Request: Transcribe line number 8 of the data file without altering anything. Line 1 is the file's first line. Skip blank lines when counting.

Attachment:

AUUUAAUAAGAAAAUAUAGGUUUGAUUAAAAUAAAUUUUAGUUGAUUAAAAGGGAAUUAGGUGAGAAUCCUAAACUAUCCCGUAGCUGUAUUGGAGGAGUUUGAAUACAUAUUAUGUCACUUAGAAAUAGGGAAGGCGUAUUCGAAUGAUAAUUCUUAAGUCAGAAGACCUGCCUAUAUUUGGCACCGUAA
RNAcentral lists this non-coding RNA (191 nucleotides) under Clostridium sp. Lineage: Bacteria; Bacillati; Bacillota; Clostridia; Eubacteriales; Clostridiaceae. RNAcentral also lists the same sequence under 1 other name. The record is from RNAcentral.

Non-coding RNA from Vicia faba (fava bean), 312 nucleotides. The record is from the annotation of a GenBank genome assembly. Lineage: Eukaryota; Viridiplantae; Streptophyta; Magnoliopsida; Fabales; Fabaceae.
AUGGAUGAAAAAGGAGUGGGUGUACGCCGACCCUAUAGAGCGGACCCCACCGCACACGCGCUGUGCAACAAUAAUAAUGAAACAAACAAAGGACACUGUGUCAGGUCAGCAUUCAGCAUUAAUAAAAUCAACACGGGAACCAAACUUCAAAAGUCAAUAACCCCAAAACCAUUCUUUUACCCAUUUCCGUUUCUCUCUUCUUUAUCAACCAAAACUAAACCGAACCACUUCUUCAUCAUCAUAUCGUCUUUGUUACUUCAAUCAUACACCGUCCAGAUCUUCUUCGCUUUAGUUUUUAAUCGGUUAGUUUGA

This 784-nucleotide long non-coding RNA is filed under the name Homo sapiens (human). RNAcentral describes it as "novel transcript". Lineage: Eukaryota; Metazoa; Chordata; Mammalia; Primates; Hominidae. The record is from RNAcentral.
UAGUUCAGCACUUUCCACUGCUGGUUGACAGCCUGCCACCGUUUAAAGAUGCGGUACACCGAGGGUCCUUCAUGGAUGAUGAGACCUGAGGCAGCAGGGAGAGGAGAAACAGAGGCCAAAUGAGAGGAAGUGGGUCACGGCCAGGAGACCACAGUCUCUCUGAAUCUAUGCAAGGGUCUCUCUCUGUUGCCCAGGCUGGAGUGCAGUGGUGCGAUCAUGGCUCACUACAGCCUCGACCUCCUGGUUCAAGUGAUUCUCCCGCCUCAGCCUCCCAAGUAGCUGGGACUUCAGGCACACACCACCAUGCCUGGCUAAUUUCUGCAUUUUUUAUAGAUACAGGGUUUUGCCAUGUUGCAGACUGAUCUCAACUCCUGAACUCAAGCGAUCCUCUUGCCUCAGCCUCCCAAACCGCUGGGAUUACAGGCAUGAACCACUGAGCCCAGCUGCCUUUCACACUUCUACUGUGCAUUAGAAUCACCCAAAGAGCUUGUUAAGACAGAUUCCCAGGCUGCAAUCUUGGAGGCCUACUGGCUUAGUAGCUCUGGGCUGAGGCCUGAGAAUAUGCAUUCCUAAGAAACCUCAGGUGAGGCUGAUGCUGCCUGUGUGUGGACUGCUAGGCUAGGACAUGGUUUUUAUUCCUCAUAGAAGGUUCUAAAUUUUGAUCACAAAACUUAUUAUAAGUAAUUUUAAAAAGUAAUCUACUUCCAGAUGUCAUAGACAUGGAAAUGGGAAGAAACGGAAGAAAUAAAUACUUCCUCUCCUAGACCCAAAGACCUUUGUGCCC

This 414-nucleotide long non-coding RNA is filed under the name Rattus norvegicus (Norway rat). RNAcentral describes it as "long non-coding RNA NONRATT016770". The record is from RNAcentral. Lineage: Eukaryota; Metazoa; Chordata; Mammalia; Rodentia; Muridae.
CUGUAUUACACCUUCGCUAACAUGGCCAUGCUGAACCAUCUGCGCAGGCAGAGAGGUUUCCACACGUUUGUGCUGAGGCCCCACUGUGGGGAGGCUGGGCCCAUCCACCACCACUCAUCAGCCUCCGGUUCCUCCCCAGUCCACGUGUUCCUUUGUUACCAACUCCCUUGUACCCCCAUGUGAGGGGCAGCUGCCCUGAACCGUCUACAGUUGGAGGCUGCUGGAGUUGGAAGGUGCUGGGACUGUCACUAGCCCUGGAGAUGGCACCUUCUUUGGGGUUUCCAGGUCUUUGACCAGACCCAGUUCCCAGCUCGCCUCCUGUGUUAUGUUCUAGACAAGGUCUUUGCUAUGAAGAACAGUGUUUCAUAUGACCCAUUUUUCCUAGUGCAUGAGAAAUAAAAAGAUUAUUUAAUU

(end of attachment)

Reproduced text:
CUGUAUUACACCUUCGCUAACAUGGCCAUGCUGAACCAUCUGCGCAGGCAGAGAGGUUUCCACACGUUUGUGCUGAGGCCCCACUGUGGGGAGGCUGGGCCCAUCCACCACCACUCAUCAGCCUCCGGUUCCUCCCCAGUCCACGUGUUCCUUUGUUACCAACUCCCUUGUACCCCCAUGUGAGGGGCAGCUGCCCUGAACCGUCUACAGUUGGAGGCUGCUGGAGUUGGAAGGUGCUGGGACUGUCACUAGCCCUGGAGAUGGCACCUUCUUUGGGGUUUCCAGGUCUUUGACCAGACCCAGUUCCCAGCUCGCCUCCUGUGUUAUGUUCUAGACAAGGUCUUUGCUAUGAAGAACAGUGUUUCAUAUGACCCAUUUUUCCUAGUGCAUGAGAAAUAAAAAGAUUAUUUAAUU